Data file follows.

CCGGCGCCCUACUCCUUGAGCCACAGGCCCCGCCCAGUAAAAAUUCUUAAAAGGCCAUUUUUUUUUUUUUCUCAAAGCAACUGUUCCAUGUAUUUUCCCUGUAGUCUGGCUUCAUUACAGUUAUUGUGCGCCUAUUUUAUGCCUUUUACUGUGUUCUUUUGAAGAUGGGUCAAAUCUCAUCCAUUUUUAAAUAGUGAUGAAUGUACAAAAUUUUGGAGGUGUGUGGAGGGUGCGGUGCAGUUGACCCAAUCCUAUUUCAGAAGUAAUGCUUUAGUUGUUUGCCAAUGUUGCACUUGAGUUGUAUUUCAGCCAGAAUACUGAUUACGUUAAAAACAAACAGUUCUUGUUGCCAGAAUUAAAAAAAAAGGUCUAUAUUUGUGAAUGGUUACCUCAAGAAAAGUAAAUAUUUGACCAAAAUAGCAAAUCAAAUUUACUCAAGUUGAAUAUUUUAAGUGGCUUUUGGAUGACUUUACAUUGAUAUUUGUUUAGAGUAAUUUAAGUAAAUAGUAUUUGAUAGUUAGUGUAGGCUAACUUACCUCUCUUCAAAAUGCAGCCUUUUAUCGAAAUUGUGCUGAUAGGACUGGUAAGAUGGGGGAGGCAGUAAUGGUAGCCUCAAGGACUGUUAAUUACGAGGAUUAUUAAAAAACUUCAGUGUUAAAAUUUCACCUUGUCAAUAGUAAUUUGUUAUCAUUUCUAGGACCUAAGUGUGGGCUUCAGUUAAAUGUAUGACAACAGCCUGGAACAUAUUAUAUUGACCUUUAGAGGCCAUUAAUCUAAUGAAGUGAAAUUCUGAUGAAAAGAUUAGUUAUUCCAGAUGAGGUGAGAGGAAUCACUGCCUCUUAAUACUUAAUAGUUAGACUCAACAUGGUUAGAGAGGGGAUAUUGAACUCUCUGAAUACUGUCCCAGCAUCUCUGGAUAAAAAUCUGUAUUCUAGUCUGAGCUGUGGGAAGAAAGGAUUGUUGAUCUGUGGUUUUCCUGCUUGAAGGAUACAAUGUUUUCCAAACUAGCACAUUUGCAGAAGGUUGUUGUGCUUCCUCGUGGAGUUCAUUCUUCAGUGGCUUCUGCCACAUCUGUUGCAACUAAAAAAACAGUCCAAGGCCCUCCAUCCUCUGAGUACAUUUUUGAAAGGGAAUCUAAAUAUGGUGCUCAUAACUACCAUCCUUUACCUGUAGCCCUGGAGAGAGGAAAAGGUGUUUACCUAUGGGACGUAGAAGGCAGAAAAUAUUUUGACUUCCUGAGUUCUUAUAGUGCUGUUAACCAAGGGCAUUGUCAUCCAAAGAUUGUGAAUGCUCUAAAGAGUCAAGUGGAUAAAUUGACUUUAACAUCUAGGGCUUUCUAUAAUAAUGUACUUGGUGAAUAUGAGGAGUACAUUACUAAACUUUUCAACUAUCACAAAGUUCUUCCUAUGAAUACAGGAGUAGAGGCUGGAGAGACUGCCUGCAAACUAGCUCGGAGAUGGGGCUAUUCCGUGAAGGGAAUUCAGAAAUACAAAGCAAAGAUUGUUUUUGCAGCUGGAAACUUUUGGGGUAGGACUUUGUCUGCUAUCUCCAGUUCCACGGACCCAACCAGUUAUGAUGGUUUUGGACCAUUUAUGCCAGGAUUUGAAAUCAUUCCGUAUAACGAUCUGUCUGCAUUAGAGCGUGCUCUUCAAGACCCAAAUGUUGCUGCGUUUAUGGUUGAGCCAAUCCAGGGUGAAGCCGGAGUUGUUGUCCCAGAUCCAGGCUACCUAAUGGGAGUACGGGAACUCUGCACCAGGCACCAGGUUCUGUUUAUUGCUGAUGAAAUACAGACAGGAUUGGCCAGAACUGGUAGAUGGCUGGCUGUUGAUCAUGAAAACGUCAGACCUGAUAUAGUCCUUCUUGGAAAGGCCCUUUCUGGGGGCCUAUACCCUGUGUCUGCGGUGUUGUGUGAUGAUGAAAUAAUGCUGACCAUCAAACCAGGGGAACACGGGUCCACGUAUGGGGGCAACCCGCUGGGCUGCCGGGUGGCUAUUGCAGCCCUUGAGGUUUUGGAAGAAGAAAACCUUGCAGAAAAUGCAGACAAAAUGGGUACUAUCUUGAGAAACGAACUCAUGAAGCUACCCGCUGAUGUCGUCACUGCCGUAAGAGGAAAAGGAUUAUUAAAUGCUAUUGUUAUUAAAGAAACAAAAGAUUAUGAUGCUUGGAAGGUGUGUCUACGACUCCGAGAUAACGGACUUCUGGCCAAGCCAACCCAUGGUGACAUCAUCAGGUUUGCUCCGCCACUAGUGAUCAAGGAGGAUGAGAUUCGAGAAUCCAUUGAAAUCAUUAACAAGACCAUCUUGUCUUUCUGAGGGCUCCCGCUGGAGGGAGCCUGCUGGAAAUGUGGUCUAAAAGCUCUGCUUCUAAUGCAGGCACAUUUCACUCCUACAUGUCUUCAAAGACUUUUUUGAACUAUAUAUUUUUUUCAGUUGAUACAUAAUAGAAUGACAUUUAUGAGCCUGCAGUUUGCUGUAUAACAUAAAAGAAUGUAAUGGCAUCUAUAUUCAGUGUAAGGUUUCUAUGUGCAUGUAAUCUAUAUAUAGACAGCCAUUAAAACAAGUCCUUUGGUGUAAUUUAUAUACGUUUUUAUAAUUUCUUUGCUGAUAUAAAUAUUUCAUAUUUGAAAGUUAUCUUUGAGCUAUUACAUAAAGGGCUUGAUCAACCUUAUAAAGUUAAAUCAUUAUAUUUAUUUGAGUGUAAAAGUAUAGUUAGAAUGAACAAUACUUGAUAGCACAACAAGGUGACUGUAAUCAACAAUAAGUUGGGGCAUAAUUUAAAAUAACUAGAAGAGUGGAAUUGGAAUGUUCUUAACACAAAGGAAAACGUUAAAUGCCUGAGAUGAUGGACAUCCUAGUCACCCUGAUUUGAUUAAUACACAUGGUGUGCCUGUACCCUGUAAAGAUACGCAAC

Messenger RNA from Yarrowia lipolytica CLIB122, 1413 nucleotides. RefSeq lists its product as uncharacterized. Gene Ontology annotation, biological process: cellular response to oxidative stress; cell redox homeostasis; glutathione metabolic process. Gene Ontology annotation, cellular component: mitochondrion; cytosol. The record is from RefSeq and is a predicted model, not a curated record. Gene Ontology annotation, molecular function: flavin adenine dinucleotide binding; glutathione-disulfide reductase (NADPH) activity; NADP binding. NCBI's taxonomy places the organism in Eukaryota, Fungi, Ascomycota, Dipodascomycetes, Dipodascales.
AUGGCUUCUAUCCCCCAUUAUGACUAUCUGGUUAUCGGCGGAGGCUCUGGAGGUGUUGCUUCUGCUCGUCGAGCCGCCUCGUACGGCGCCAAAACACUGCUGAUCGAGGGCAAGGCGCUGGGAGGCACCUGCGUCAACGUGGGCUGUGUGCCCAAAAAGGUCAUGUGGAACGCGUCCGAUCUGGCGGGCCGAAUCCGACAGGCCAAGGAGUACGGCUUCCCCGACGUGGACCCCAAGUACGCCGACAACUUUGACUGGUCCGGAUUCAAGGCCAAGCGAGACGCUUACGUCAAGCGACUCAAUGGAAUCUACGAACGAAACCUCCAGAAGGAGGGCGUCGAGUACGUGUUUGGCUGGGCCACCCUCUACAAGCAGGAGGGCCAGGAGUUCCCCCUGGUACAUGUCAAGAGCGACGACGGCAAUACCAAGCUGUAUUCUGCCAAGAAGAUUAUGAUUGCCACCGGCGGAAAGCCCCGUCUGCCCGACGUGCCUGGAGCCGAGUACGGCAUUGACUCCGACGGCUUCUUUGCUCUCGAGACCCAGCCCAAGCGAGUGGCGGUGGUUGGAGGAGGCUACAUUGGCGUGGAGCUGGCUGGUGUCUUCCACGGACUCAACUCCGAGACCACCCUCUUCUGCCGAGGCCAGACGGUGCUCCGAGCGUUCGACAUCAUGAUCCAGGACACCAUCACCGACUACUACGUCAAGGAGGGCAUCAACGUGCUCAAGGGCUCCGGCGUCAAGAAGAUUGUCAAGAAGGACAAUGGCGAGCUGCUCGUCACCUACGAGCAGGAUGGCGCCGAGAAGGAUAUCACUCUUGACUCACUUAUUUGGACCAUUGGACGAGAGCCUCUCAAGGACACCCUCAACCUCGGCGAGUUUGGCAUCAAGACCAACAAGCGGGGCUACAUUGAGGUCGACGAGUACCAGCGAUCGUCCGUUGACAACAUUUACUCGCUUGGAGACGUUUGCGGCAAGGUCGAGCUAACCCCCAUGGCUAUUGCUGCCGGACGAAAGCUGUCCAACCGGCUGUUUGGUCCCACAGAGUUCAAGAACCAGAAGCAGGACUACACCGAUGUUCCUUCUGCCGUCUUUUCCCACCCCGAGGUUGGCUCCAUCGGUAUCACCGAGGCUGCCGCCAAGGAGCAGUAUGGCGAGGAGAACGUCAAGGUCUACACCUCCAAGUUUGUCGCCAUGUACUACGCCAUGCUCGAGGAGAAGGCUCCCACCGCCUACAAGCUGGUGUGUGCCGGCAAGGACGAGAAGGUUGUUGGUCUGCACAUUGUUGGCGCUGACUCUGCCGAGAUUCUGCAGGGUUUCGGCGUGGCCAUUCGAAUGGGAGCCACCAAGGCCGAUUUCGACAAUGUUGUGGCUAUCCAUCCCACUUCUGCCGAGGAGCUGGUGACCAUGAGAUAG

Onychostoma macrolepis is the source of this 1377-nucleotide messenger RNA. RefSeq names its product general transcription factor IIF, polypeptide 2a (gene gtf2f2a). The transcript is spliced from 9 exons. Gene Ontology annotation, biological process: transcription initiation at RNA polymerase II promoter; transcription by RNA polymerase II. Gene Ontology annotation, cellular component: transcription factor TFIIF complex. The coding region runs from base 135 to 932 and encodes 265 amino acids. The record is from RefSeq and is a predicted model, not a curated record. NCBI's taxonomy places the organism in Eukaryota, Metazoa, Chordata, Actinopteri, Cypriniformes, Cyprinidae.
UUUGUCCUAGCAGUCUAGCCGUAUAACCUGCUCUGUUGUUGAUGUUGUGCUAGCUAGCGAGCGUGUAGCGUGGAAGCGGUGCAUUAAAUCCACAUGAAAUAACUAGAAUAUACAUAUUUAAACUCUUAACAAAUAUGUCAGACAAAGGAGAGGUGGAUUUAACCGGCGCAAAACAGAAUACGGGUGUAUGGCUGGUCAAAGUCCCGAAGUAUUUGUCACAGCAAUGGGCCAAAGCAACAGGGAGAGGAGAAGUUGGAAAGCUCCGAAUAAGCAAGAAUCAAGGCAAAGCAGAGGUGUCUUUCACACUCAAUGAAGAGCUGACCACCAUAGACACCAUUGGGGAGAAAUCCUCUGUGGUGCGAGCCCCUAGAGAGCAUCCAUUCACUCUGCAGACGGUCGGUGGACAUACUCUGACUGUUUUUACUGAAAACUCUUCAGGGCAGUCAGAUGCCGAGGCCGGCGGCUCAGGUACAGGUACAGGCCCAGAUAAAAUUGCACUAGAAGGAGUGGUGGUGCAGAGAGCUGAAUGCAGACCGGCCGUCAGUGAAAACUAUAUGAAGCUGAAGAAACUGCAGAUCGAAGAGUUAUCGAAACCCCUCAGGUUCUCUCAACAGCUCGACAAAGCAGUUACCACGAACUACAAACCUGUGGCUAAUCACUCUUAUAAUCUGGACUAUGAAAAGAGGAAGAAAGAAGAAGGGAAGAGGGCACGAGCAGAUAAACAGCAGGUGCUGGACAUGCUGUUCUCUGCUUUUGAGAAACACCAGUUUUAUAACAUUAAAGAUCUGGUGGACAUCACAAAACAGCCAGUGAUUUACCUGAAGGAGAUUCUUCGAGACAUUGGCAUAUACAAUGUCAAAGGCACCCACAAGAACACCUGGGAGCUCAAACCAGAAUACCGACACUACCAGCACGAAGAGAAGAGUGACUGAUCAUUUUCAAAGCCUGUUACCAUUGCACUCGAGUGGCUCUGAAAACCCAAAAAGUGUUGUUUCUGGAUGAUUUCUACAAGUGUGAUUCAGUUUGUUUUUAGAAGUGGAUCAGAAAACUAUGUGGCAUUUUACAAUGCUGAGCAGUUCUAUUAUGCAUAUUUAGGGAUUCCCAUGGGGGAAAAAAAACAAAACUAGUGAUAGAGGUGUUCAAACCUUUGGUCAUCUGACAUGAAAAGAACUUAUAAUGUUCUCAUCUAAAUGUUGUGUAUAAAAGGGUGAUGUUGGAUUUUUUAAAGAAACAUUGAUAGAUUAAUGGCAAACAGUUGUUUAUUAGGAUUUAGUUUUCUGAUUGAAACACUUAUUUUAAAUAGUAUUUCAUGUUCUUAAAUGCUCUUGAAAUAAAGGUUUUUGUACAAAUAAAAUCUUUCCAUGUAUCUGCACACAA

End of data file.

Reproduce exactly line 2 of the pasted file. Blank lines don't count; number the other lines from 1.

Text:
Messenger RNA from Yarrowia lipolytica CLIB122, 1413 nucleotides. RefSeq lists its product as uncharacterized. Gene Ontology annotation, biological process: cellular response to oxidative stress; cell redox homeostasis; glutathione metabolic process. Gene Ontology annotation, cellular component: mitochondrion; cytosol. The record is from RefSeq and is a predicted model, not a curated record. Gene Ontology annotation, molecular function: flavin adenine dinucleotide binding; glutathione-disulfide reductase (NADPH) activity; NADP binding. NCBI's taxonomy places the organism in Eukaryota, Fungi, Ascomycota, Dipodascomycetes, Dipodascales.